The National Thermal Power Corporation has floated a fresh tender to import 5 lakh tonne of coal, putting on hold its earlier tender of importing 7 million tonne.
The power major has also not yet finalised a date of signing fuel supply agreements (FSAs) with Coal India (CIL) subsidiaries, though it earlier committed of completing signing all FSAs by January 10.
An NTPC official told FE that the power major has planned to import 5 lakh tonnes of coal for its 2,000-mw Simhadri thermal plant in Andhra Pradesh, which blends Indian and imported coal on 80:20 basis.
The company has asked for techno commercial and price bid in a single tender and would open it on February 8.
This would enable NTPC to get imported coal by the fiscal end or it might spill over to early next fiscal. The company has no immediate plan of opening the bids for 7 mt of import, which means the company might end this fiscal importing 9 – 9.5 mt against its target of importing 16mt.
The company had to cut down on its import target despite fall in international prices because of the falling rupee. Importing 7 mt at one go would have had a huge outgo and the current generating tariff wouldn't be enough for a recovery. The company has now planned to create ample foreign currency reserves to pay for imports in foreign currency so that it is shielded from the cascading effects currency fluctuation, the official said.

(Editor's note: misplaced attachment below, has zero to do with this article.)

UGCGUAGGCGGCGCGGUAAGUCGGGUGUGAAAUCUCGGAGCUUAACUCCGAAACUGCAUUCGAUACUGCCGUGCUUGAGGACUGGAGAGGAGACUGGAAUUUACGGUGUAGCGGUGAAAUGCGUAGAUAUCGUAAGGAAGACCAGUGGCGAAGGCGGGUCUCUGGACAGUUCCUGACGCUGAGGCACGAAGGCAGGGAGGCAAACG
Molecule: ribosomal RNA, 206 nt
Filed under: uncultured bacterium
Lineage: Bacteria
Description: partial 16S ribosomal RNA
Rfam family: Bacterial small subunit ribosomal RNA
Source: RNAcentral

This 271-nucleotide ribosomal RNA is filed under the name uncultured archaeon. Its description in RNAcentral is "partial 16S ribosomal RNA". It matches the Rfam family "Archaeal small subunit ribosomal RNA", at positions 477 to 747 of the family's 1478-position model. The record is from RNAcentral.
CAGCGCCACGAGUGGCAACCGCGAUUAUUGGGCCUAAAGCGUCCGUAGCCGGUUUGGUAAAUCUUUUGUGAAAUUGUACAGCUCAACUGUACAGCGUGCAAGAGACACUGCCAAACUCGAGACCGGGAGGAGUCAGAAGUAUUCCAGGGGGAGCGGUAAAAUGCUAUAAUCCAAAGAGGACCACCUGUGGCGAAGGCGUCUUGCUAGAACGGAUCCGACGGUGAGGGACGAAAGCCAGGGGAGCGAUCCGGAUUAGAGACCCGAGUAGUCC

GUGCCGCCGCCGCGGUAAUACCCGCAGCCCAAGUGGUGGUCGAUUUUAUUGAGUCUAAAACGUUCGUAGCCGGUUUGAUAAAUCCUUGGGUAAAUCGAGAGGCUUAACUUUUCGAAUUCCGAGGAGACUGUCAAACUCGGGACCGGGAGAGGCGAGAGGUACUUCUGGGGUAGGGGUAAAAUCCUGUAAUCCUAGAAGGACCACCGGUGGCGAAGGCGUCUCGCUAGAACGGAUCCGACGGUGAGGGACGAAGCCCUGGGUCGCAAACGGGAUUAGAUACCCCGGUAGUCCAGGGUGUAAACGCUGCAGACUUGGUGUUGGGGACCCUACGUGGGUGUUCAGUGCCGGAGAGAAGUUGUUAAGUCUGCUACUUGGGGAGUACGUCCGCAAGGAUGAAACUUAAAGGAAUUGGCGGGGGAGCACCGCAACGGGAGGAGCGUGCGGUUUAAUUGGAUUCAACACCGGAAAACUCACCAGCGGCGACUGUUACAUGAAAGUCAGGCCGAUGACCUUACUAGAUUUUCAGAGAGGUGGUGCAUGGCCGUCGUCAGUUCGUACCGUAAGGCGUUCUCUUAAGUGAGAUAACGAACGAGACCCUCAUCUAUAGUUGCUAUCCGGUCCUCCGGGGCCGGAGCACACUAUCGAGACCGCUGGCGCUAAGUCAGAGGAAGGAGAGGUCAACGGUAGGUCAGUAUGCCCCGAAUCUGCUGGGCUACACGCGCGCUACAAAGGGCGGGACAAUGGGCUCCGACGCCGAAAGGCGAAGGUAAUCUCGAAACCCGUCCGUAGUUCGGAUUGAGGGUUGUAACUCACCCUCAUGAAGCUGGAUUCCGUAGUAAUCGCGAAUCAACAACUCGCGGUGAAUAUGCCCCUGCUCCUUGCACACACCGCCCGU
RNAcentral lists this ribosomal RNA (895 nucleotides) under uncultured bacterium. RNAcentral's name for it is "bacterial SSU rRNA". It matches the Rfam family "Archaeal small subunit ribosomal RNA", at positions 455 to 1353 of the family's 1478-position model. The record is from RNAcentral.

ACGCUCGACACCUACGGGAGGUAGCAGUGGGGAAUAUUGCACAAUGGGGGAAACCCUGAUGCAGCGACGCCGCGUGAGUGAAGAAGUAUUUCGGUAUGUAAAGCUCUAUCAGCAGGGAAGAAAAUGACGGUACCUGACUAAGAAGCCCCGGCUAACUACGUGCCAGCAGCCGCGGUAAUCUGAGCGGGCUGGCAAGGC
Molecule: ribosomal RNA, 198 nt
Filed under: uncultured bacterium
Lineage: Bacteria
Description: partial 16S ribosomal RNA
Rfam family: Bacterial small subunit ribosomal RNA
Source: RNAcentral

NTPC, for its Simhadri plant, signed an agreement with Indonesian miners to supply 4.5 lakh tonnes in three months with the last consignment reaching the Gangavaram port in December.However, there are no signs that NTPC will open the bids for importing 7 mt this year, the official said. On the other hand, CIL has no clue when the power major will sign the FSAs.
S Narsing Rao, CIL chairman and managing director, said out of the 18 FSAs left, NTPC is supposed to sign 13 FSAs with seven different CIL subsidiaries. “But we have no clue when will it sign,” Rao said.
CIL bags coal import order
Kolkata: CIL has bagged orders to import 6 million tonne of coal, its first order after formulating a policy of meeting its supply commitment, or trigger level of 80%, through partial imports. CIL, in its new FSA, said the company would meet 65% of its trigger